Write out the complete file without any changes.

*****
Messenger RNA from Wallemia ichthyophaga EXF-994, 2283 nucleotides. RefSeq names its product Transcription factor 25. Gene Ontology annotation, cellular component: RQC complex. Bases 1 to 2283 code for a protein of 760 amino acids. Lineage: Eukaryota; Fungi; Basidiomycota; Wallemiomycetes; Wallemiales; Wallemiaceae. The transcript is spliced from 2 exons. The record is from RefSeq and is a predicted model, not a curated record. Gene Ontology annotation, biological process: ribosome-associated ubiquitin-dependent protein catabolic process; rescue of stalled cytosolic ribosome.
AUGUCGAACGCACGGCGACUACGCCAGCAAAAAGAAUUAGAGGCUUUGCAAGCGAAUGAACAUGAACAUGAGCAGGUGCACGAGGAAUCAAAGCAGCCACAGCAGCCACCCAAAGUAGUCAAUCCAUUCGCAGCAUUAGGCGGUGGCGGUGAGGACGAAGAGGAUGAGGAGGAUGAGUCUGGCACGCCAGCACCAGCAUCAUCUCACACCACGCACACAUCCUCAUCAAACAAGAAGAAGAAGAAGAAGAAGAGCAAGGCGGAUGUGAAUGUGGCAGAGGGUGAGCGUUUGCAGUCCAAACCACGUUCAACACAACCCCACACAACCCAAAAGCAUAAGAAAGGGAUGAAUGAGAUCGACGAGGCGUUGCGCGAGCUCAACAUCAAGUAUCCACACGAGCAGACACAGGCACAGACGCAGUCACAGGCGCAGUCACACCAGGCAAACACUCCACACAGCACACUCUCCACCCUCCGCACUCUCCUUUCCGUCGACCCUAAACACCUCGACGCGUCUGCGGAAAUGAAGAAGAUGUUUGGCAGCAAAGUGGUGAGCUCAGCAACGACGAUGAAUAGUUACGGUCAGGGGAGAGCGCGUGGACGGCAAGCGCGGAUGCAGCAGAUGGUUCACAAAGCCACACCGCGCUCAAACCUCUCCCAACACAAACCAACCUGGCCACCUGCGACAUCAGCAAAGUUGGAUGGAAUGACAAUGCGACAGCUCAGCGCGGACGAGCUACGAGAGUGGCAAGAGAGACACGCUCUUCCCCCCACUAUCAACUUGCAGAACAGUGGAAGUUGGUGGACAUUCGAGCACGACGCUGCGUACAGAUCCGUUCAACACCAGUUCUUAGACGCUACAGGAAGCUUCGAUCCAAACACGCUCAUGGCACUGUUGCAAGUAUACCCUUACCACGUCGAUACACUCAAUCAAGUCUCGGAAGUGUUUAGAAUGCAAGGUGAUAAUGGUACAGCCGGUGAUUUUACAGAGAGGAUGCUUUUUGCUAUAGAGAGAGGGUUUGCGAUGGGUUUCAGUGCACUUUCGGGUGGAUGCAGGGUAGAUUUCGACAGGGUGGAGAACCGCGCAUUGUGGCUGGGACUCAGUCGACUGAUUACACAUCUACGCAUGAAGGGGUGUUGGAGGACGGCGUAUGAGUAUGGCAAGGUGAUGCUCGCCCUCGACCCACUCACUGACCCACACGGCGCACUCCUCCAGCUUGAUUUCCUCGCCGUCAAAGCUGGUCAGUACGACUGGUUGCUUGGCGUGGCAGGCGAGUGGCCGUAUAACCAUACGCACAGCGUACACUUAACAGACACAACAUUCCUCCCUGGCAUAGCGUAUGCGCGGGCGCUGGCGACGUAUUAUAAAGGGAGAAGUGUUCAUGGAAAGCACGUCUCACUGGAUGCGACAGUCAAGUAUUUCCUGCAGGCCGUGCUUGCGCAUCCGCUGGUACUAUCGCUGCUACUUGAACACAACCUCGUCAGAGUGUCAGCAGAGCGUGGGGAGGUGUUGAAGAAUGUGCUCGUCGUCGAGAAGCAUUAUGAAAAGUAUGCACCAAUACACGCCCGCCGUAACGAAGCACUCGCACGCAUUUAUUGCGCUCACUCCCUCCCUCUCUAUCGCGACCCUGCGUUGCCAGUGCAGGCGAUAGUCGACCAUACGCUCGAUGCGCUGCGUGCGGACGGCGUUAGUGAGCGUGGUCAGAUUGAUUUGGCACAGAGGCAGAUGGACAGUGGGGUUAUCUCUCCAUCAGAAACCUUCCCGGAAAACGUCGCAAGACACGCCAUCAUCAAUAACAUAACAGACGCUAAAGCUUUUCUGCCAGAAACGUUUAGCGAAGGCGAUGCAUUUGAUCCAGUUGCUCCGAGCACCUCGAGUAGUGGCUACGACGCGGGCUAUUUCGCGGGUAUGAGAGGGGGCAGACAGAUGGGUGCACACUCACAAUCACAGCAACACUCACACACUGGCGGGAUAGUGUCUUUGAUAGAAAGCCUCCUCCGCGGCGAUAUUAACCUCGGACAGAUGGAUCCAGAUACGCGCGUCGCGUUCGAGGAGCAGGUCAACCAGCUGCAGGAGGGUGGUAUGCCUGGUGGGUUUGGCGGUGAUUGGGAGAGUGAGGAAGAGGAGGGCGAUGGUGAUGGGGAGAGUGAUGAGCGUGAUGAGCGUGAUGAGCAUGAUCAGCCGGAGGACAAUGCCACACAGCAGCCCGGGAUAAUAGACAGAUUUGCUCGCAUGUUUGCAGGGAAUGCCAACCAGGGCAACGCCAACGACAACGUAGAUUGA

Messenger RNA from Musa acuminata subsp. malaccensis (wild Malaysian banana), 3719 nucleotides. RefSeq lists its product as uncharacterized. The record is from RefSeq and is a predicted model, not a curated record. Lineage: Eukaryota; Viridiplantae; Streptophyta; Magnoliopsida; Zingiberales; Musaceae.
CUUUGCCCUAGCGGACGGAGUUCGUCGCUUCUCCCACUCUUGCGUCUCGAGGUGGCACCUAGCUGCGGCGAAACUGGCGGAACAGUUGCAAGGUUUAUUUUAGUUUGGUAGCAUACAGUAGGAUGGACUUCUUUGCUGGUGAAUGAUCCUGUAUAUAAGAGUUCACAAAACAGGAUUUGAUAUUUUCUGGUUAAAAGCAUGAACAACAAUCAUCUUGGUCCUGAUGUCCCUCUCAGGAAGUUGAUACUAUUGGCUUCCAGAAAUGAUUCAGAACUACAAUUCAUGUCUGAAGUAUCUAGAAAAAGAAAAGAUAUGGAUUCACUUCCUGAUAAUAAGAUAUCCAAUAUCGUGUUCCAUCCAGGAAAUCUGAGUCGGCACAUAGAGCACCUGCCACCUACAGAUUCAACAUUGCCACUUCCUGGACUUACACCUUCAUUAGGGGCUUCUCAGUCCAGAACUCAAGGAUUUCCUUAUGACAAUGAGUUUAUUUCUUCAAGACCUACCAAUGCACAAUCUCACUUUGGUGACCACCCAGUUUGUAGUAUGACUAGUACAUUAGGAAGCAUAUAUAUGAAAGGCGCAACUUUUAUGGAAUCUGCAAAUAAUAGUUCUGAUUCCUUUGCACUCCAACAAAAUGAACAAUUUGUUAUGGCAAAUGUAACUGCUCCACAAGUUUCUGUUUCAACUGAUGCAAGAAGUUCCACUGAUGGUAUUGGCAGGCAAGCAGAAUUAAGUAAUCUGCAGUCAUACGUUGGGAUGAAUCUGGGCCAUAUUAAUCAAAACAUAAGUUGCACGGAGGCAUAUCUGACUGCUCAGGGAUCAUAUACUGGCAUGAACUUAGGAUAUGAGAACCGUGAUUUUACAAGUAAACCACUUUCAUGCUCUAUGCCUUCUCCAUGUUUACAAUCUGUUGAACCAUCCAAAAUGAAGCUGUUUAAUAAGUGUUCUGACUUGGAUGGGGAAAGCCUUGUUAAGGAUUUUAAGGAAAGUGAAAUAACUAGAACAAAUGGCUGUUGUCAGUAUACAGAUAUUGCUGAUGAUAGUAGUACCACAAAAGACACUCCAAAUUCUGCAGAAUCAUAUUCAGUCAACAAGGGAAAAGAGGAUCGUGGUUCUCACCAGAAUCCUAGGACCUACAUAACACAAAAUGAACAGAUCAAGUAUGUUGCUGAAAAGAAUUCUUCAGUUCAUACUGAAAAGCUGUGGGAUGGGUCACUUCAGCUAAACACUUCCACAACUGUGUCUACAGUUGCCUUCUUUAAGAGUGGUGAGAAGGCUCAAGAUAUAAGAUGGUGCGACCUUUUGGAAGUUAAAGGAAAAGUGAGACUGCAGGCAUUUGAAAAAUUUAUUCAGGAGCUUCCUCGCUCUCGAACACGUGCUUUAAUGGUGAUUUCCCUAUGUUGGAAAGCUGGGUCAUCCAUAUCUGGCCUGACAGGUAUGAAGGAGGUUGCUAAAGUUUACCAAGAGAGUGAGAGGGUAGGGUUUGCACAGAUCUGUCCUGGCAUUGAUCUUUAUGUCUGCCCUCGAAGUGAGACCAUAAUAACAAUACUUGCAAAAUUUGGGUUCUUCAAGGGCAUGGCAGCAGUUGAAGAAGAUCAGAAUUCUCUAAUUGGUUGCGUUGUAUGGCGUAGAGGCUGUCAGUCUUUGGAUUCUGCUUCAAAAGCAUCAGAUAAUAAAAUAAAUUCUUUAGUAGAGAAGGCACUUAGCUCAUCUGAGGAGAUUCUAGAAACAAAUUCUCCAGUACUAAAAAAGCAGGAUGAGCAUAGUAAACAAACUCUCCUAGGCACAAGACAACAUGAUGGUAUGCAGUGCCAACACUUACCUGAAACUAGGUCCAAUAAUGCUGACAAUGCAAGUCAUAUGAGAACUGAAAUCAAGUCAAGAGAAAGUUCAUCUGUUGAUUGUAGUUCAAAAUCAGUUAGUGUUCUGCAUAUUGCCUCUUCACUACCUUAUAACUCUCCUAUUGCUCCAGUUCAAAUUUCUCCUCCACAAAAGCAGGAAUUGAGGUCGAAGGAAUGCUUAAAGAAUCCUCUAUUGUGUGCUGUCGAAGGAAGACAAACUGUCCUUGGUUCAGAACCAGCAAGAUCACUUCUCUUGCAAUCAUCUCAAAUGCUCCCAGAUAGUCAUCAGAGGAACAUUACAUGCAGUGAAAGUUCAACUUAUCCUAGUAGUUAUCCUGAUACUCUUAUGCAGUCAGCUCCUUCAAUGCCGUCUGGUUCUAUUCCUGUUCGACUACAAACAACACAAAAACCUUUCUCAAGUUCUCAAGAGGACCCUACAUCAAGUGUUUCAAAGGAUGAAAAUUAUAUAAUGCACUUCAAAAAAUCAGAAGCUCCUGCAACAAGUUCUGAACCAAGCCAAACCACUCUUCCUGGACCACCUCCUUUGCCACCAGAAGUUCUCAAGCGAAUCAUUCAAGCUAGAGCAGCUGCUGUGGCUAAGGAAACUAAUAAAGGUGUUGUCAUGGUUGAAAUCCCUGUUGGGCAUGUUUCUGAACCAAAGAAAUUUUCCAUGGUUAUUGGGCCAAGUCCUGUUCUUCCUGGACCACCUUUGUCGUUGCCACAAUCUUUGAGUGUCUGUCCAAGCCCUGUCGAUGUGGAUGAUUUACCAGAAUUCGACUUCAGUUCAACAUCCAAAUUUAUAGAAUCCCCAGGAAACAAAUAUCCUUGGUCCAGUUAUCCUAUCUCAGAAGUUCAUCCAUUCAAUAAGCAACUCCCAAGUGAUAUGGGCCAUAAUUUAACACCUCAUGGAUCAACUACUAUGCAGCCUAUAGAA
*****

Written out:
Messenger RNA from Wallemia ichthyophaga EXF-994, 2283 nucleotides. RefSeq names its product Transcription factor 25. Gene Ontology annotation, cellular component: RQC complex. Bases 1 to 2283 code for a protein of 760 amino acids. Lineage: Eukaryota; Fungi; Basidiomycota; Wallemiomycetes; Wallemiales; Wallemiaceae. The transcript is spliced from 2 exons. The record is from RefSeq and is a predicted model, not a curated record. Gene Ontology annotation, biological process: ribosome-associated ubiquitin-dependent protein catabolic process; rescue of stalled cytosolic ribosome.
AUGUCGAACGCACGGCGACUACGCCAGCAAAAAGAAUUAGAGGCUUUGCAAGCGAAUGAACAUGAACAUGAGCAGGUGCACGAGGAAUCAAAGCAGCCACAGCAGCCACCCAAAGUAGUCAAUCCAUUCGCAGCAUUAGGCGGUGGCGGUGAGGACGAAGAGGAUGAGGAGGAUGAGUCUGGCACGCCAGCACCAGCAUCAUCUCACACCACGCACACAUCCUCAUCAAACAAGAAGAAGAAGAAGAAGAAGAGCAAGGCGGAUGUGAAUGUGGCAGAGGGUGAGCGUUUGCAGUCCAAACCACGUUCAACACAACCCCACACAACCCAAAAGCAUAAGAAAGGGAUGAAUGAGAUCGACGAGGCGUUGCGCGAGCUCAACAUCAAGUAUCCACACGAGCAGACACAGGCACAGACGCAGUCACAGGCGCAGUCACACCAGGCAAACACUCCACACAGCACACUCUCCACCCUCCGCACUCUCCUUUCCGUCGACCCUAAACACCUCGACGCGUCUGCGGAAAUGAAGAAGAUGUUUGGCAGCAAAGUGGUGAGCUCAGCAACGACGAUGAAUAGUUACGGUCAGGGGAGAGCGCGUGGACGGCAAGCGCGGAUGCAGCAGAUGGUUCACAAAGCCACACCGCGCUCAAACCUCUCCCAACACAAACCAACCUGGCCACCUGCGACAUCAGCAAAGUUGGAUGGAAUGACAAUGCGACAGCUCAGCGCGGACGAGCUACGAGAGUGGCAAGAGAGACACGCUCUUCCCCCCACUAUCAACUUGCAGAACAGUGGAAGUUGGUGGACAUUCGAGCACGACGCUGCGUACAGAUCCGUUCAACACCAGUUCUUAGACGCUACAGGAAGCUUCGAUCCAAACACGCUCAUGGCACUGUUGCAAGUAUACCCUUACCACGUCGAUACACUCAAUCAAGUCUCGGAAGUGUUUAGAAUGCAAGGUGAUAAUGGUACAGCCGGUGAUUUUACAGAGAGGAUGCUUUUUGCUAUAGAGAGAGGGUUUGCGAUGGGUUUCAGUGCACUUUCGGGUGGAUGCAGGGUAGAUUUCGACAGGGUGGAGAACCGCGCAUUGUGGCUGGGACUCAGUCGACUGAUUACACAUCUACGCAUGAAGGGGUGUUGGAGGACGGCGUAUGAGUAUGGCAAGGUGAUGCUCGCCCUCGACCCACUCACUGACCCACACGGCGCACUCCUCCAGCUUGAUUUCCUCGCCGUCAAAGCUGGUCAGUACGACUGGUUGCUUGGCGUGGCAGGCGAGUGGCCGUAUAACCAUACGCACAGCGUACACUUAACAGACACAACAUUCCUCCCUGGCAUAGCGUAUGCGCGGGCGCUGGCGACGUAUUAUAAAGGGAGAAGUGUUCAUGGAAAGCACGUCUCACUGGAUGCGACAGUCAAGUAUUUCCUGCAGGCCGUGCUUGCGCAUCCGCUGGUACUAUCGCUGCUACUUGAACACAACCUCGUCAGAGUGUCAGCAGAGCGUGGGGAGGUGUUGAAGAAUGUGCUCGUCGUCGAGAAGCAUUAUGAAAAGUAUGCACCAAUACACGCCCGCCGUAACGAAGCACUCGCACGCAUUUAUUGCGCUCACUCCCUCCCUCUCUAUCGCGACCCUGCGUUGCCAGUGCAGGCGAUAGUCGACCAUACGCUCGAUGCGCUGCGUGCGGACGGCGUUAGUGAGCGUGGUCAGAUUGAUUUGGCACAGAGGCAGAUGGACAGUGGGGUUAUCUCUCCAUCAGAAACCUUCCCGGAAAACGUCGCAAGACACGCCAUCAUCAAUAACAUAACAGACGCUAAAGCUUUUCUGCCAGAAACGUUUAGCGAAGGCGAUGCAUUUGAUCCAGUUGCUCCGAGCACCUCGAGUAGUGGCUACGACGCGGGCUAUUUCGCGGGUAUGAGAGGGGGCAGACAGAUGGGUGCACACUCACAAUCACAGCAACACUCACACACUGGCGGGAUAGUGUCUUUGAUAGAAAGCCUCCUCCGCGGCGAUAUUAACCUCGGACAGAUGGAUCCAGAUACGCGCGUCGCGUUCGAGGAGCAGGUCAACCAGCUGCAGGAGGGUGGUAUGCCUGGUGGGUUUGGCGGUGAUUGGGAGAGUGAGGAAGAGGAGGGCGAUGGUGAUGGGGAGAGUGAUGAGCGUGAUGAGCGUGAUGAGCAUGAUCAGCCGGAGGACAAUGCCACACAGCAGCCCGGGAUAAUAGACAGAUUUGCUCGCAUGUUUGCAGGGAAUGCCAACCAGGGCAACGCCAACGACAACGUAGAUUGA

Messenger RNA from Musa acuminata subsp. malaccensis (wild Malaysian banana), 3719 nucleotides. RefSeq lists its product as uncharacterized. The record is from RefSeq and is a predicted model, not a curated record. Lineage: Eukaryota; Viridiplantae; Streptophyta; Magnoliopsida; Zingiberales; Musaceae.
CUUUGCCCUAGCGGACGGAGUUCGUCGCUUCUCCCACUCUUGCGUCUCGAGGUGGCACCUAGCUGCGGCGAAACUGGCGGAACAGUUGCAAGGUUUAUUUUAGUUUGGUAGCAUACAGUAGGAUGGACUUCUUUGCUGGUGAAUGAUCCUGUAUAUAAGAGUUCACAAAACAGGAUUUGAUAUUUUCUGGUUAAAAGCAUGAACAACAAUCAUCUUGGUCCUGAUGUCCCUCUCAGGAAGUUGAUACUAUUGGCUUCCAGAAAUGAUUCAGAACUACAAUUCAUGUCUGAAGUAUCUAGAAAAAGAAAAGAUAUGGAUUCACUUCCUGAUAAUAAGAUAUCCAAUAUCGUGUUCCAUCCAGGAAAUCUGAGUCGGCACAUAGAGCACCUGCCACCUACAGAUUCAACAUUGCCACUUCCUGGACUUACACCUUCAUUAGGGGCUUCUCAGUCCAGAACUCAAGGAUUUCCUUAUGACAAUGAGUUUAUUUCUUCAAGACCUACCAAUGCACAAUCUCACUUUGGUGACCACCCAGUUUGUAGUAUGACUAGUACAUUAGGAAGCAUAUAUAUGAAAGGCGCAACUUUUAUGGAAUCUGCAAAUAAUAGUUCUGAUUCCUUUGCACUCCAACAAAAUGAACAAUUUGUUAUGGCAAAUGUAACUGCUCCACAAGUUUCUGUUUCAACUGAUGCAAGAAGUUCCACUGAUGGUAUUGGCAGGCAAGCAGAAUUAAGUAAUCUGCAGUCAUACGUUGGGAUGAAUCUGGGCCAUAUUAAUCAAAACAUAAGUUGCACGGAGGCAUAUCUGACUGCUCAGGGAUCAUAUACUGGCAUGAACUUAGGAUAUGAGAACCGUGAUUUUACAAGUAAACCACUUUCAUGCUCUAUGCCUUCUCCAUGUUUACAAUCUGUUGAACCAUCCAAAAUGAAGCUGUUUAAUAAGUGUUCUGACUUGGAUGGGGAAAGCCUUGUUAAGGAUUUUAAGGAAAGUGAAAUAACUAGAACAAAUGGCUGUUGUCAGUAUACAGAUAUUGCUGAUGAUAGUAGUACCACAAAAGACACUCCAAAUUCUGCAGAAUCAUAUUCAGUCAACAAGGGAAAAGAGGAUCGUGGUUCUCACCAGAAUCCUAGGACCUACAUAACACAAAAUGAACAGAUCAAGUAUGUUGCUGAAAAGAAUUCUUCAGUUCAUACUGAAAAGCUGUGGGAUGGGUCACUUCAGCUAAACACUUCCACAACUGUGUCUACAGUUGCCUUCUUUAAGAGUGGUGAGAAGGCUCAAGAUAUAAGAUGGUGCGACCUUUUGGAAGUUAAAGGAAAAGUGAGACUGCAGGCAUUUGAAAAAUUUAUUCAGGAGCUUCCUCGCUCUCGAACACGUGCUUUAAUGGUGAUUUCCCUAUGUUGGAAAGCUGGGUCAUCCAUAUCUGGCCUGACAGGUAUGAAGGAGGUUGCUAAAGUUUACCAAGAGAGUGAGAGGGUAGGGUUUGCACAGAUCUGUCCUGGCAUUGAUCUUUAUGUCUGCCCUCGAAGUGAGACCAUAAUAACAAUACUUGCAAAAUUUGGGUUCUUCAAGGGCAUGGCAGCAGUUGAAGAAGAUCAGAAUUCUCUAAUUGGUUGCGUUGUAUGGCGUAGAGGCUGUCAGUCUUUGGAUUCUGCUUCAAAAGCAUCAGAUAAUAAAAUAAAUUCUUUAGUAGAGAAGGCACUUAGCUCAUCUGAGGAGAUUCUAGAAACAAAUUCUCCAGUACUAAAAAAGCAGGAUGAGCAUAGUAAACAAACUCUCCUAGGCACAAGACAACAUGAUGGUAUGCAGUGCCAACACUUACCUGAAACUAGGUCCAAUAAUGCUGACAAUGCAAGUCAUAUGAGAACUGAAAUCAAGUCAAGAGAAAGUUCAUCUGUUGAUUGUAGUUCAAAAUCAGUUAGUGUUCUGCAUAUUGCCUCUUCACUACCUUAUAACUCUCCUAUUGCUCCAGUUCAAAUUUCUCCUCCACAAAAGCAGGAAUUGAGGUCGAAGGAAUGCUUAAAGAAUCCUCUAUUGUGUGCUGUCGAAGGAAGACAAACUGUCCUUGGUUCAGAACCAGCAAGAUCACUUCUCUUGCAAUCAUCUCAAAUGCUCCCAGAUAGUCAUCAGAGGAACAUUACAUGCAGUGAAAGUUCAACUUAUCCUAGUAGUUAUCCUGAUACUCUUAUGCAGUCAGCUCCUUCAAUGCCGUCUGGUUCUAUUCCUGUUCGACUACAAACAACACAAAAACCUUUCUCAAGUUCUCAAGAGGACCCUACAUCAAGUGUUUCAAAGGAUGAAAAUUAUAUAAUGCACUUCAAAAAAUCAGAAGCUCCUGCAACAAGUUCUGAACCAAGCCAAACCACUCUUCCUGGACCACCUCCUUUGCCACCAGAAGUUCUCAAGCGAAUCAUUCAAGCUAGAGCAGCUGCUGUGGCUAAGGAAACUAAUAAAGGUGUUGUCAUGGUUGAAAUCCCUGUUGGGCAUGUUUCUGAACCAAAGAAAUUUUCCAUGGUUAUUGGGCCAAGUCCUGUUCUUCCUGGACCACCUUUGUCGUUGCCACAAUCUUUGAGUGUCUGUCCAAGCCCUGUCGAUGUGGAUGAUUUACCAGAAUUCGACUUCAGUUCAACAUCCAAAUUUAUAGAAUCCCCAGGAAACAAAUAUCCUUGGUCCAGUUAUCCUAUCUCAGAAGUUCAUCCAUUCAAUAAGCAACUCCCAAGUGAUAUGGGCCAUAAUUUAACACCUCAUGGAUCAACUACUAUGCAGCCUAUAGAA